Updated: Nov 2, 2022
In recent times in the United Kingdom, we have seen two new leaders emerge. Firstly the new Prime Minister and secondly the new King, proclaimed upon the sad death of Queen Elizabeth II.
Image by PA Media (Source: https://www.bbc.co.uk/news/uk-politics-62866447)
Throughout our lives, we will experience seasons when new leaders are appointed in our nation, our workplaces and our churches. These can be difficult times for us to come to terms with, as we seek to navigate the emotions of loss and change along with concern about the future.
We personally may not be appointed as a national leader but we may be appointed as ‘the new leader’ in our workplace, community or church setting. In taking up the role, we need to be aware of how our staff or members may be feeling; even as we grappled with the complexities and challenges of the task of taking on a new leadership role.
As I reflected in these matters, I identified seven things, that the new leader should do:.
In stepping into a role as leader, it’s so important that we honour the leader that has gone before us. Honouring those who have gone before releases favour for what is yet to come.
In the Bible, we read how Elisha served and honoured Elijah before he was given a double portion of the anointing that rested upon Elijah.
As a new leader don’t be too quick to move on. Take time to honour what has been achieved, before you stepped into the role.
When we try to eliminate the past, the past often has a way of derailing our future.
The value of what the departed leader did shouldn’t be lost in the new leader’s rush to do things their way.
It will serve you well when you step in as a ‘new leader’ to:
Listen – to the accounts of staff or members recall of the work of the leader who has gone before you.
Record – all the stories so that you can review them at a later date.
Celebrate – with the staff or members the contribution the former leader made.
Learn – from the positive, and less positive, accounts of the leader that you have replaced.
The success of the new leader will, in no small part, be determined by the extent to which they adopt the wise practices of the former leader.
The man or women who previously fulfilled the role will have had many attributes you can learn from:
Character – identify aspects of their character that helped them lead well.
Competency – identify skills that they had and seek to develop them in yourself or others in your team.
Chemistry – identify how they engaged with staff, members and the wider public. Then seek to adopt the good practices they modelled.
As a new leader, we must learn to respect the customs, practices and ways that have been imbedded in the culture of the organisation. They may not be our choosing but we need to recognise that culture only changes over time, and only after respect has been shown for the people and the culture.
Staff or community / church members will need time to develop respect for the new leader. The pace at which this happens will be set by the pace at which the new leader shows respect for the culture of the organisation and people they have been invited to lead.
Respect is a two-way street; respect of the new leader for those they lead and respect of those they lead for the new leader.
Ultimately, respect is the bedrock on which progress can be made.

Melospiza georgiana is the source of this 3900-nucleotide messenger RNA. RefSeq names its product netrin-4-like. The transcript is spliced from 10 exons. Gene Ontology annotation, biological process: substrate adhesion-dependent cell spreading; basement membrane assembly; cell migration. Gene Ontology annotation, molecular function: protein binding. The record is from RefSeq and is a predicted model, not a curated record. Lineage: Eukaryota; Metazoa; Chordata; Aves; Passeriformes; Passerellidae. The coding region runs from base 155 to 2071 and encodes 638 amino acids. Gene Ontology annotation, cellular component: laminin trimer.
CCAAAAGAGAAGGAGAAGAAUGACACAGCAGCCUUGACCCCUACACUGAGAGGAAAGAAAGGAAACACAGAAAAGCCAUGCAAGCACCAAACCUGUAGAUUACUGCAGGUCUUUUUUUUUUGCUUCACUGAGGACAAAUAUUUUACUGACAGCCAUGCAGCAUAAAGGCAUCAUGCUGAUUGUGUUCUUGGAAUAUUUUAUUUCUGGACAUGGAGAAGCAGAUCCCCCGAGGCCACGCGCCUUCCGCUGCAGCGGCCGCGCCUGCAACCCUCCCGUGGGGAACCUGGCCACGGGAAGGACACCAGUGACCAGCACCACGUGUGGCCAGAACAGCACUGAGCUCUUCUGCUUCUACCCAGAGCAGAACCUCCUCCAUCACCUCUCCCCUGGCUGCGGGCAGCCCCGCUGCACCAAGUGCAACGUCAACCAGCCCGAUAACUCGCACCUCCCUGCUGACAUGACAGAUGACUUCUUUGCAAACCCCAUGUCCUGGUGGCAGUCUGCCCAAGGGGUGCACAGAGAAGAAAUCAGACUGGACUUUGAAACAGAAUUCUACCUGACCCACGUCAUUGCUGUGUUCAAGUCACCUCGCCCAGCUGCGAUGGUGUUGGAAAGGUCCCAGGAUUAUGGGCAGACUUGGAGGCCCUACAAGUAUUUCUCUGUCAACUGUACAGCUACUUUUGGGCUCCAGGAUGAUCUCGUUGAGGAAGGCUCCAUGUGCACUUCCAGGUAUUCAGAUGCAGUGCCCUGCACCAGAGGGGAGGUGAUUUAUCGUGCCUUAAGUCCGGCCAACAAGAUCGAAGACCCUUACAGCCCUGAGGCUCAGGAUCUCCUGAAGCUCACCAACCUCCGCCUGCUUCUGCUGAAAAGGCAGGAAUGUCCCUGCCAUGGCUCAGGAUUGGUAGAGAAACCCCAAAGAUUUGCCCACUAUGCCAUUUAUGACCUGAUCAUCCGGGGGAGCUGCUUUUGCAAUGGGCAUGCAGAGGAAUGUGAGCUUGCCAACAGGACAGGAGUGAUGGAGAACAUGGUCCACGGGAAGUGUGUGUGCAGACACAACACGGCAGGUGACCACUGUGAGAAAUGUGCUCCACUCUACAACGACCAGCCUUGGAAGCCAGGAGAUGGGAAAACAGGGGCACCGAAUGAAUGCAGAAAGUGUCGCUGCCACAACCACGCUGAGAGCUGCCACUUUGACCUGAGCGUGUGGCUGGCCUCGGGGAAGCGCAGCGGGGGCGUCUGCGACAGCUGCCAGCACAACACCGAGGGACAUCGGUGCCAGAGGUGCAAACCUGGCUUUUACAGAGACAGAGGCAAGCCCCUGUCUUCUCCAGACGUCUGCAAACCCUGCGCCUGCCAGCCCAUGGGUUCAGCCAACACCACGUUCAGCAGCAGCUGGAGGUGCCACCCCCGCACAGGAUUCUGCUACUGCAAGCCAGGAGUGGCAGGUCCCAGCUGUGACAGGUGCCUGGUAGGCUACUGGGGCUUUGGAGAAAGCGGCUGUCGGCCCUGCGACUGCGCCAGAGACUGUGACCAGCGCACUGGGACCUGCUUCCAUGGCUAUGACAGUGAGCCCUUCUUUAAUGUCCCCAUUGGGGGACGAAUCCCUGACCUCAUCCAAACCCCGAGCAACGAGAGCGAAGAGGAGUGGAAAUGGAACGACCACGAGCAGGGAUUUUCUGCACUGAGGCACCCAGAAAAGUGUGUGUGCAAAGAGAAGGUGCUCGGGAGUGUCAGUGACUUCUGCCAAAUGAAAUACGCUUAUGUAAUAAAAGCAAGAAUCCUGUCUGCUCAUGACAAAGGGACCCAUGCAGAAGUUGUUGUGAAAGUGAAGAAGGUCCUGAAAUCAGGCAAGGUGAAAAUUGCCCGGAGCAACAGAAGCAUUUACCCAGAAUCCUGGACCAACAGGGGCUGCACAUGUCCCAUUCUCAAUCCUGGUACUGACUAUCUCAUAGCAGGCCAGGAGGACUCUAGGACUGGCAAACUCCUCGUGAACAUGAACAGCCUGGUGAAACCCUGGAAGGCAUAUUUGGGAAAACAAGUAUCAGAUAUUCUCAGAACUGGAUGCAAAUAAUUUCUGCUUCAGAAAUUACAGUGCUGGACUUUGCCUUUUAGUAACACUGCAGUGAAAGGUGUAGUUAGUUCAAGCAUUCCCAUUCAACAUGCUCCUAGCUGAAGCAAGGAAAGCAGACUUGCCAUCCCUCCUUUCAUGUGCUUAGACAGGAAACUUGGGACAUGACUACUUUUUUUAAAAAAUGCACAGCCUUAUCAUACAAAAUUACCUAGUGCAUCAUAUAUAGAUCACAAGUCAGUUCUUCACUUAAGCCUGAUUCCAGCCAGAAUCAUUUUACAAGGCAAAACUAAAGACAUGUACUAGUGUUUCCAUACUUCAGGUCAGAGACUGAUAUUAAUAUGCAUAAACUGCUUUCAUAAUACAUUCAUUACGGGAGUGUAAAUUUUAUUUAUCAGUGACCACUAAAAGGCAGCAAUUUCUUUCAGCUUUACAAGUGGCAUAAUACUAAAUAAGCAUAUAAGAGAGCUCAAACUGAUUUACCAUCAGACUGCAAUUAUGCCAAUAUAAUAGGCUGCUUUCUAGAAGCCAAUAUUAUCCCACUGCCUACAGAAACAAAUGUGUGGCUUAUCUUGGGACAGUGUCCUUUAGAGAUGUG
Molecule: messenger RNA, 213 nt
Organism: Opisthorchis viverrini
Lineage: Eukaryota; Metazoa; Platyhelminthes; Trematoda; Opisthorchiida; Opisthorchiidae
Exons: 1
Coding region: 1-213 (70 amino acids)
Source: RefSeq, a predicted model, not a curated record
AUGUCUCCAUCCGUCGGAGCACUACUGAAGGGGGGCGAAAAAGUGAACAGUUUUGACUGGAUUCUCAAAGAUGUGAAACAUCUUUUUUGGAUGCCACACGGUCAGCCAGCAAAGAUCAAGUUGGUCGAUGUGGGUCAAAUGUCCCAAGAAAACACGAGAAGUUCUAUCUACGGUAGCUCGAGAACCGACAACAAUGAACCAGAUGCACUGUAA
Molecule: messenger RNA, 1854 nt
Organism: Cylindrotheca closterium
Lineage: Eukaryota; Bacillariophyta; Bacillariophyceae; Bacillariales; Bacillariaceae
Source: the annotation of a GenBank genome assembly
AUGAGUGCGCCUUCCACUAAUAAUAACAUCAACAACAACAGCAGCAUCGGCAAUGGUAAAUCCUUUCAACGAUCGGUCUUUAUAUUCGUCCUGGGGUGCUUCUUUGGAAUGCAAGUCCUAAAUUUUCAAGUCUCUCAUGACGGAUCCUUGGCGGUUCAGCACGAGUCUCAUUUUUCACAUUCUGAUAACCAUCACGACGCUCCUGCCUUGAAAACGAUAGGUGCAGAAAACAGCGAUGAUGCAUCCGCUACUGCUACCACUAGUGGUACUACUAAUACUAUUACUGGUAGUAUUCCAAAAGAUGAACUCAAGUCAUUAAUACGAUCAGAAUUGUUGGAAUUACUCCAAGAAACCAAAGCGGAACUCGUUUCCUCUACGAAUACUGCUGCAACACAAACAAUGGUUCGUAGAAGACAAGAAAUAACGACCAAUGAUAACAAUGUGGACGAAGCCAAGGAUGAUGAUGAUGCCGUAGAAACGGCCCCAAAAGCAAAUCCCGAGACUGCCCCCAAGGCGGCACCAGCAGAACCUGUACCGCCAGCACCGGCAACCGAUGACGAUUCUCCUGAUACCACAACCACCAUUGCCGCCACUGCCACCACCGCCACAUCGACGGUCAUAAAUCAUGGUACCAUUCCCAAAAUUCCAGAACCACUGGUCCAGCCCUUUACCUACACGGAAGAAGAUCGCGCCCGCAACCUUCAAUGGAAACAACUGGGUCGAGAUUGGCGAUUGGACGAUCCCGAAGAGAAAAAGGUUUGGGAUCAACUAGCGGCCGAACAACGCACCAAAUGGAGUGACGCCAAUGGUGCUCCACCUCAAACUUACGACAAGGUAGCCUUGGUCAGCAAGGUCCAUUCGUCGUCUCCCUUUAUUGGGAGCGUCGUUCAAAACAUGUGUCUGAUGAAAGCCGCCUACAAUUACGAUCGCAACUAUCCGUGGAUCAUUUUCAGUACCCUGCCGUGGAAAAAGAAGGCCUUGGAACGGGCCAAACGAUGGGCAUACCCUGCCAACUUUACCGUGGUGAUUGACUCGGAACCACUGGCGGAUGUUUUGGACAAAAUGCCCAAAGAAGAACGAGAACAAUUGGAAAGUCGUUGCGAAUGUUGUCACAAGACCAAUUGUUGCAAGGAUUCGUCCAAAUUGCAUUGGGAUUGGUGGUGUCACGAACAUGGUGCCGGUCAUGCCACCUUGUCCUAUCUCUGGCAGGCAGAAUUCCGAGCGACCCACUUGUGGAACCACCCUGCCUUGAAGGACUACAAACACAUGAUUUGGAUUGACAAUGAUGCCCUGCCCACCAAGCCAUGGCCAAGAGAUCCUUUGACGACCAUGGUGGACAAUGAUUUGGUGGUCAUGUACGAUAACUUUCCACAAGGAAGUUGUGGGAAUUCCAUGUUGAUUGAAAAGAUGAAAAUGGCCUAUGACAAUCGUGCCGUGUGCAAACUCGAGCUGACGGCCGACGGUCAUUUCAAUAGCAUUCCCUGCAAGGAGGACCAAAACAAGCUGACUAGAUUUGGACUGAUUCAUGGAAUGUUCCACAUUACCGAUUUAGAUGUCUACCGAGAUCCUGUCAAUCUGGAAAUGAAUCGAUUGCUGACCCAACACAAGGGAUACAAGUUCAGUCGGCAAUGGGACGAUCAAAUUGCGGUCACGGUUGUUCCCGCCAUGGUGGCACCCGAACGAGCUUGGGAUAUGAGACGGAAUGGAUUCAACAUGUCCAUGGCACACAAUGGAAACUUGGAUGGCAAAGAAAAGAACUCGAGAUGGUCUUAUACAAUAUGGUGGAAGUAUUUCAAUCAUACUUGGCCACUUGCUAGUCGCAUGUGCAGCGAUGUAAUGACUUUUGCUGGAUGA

It takes time, perhaps months or even years for a new leader to earn the trust of those they lead. Whilst respect can develop relatively quickly, trust can only develop as staff / members establish that they can trust the new leader to create a positive future that they can contribute to and benefit from.
For each of us who have, and will step in to roles as ‘the new leader’, we need to remember that:
Trust cannot be assumed
Trust cannot be bought
Trust must be earned
6. Set The Right Pace
You cannot rush change. Change is best made over time. As it has been often said: ‘You cannot turn a big ship quickly’.
The pace of change adopted by a new leader can either sink their leadership hopes or cause their leadership to soar to new levels.
Stepping into a role as ‘the new leader’, you need to do three things that will help you set the right pace:
Stabilise – leadership change can be a destabilising time for a business, a community or church. Consequently, the new leader needs to allow time for things to stabilise, enabling everyone to adjust to the ‘new normal’
Galvanise – slow, initial changes may need to occur as part of the stabilisation process but then the new leader needs to allow time for these to galvanise i.e. creating space for people to adapt to the initial changes and see that these changes are key to protecting the wellbeing and future of the organisation they are part of.
Energise – the pace at which larger scale change can occur will be determined by the time if takes for the new leader to energise the staff / members around his or her vision for the future of the workplace, community or church.
7. Show Grace
A new leader will need to exercise grace, towards people grieving the loss of their predecessor, and will need to receive grace to enable them to fulfil the role now entrusted to them.
We are all human; none of us particularly desire change, although some of us can adapt to change quicker than others. The new leader will need to allow a period of extended grace so that people can adjust to their arrival.
It will serve us all well to remember that grace is a gift that is received but must also a gift that must be given.
And finally …
May God bless each of us as we navigate change and may ‘the new leaders’ know God’s wisdom and God’s grace.
Founder of Christian’s Who Lead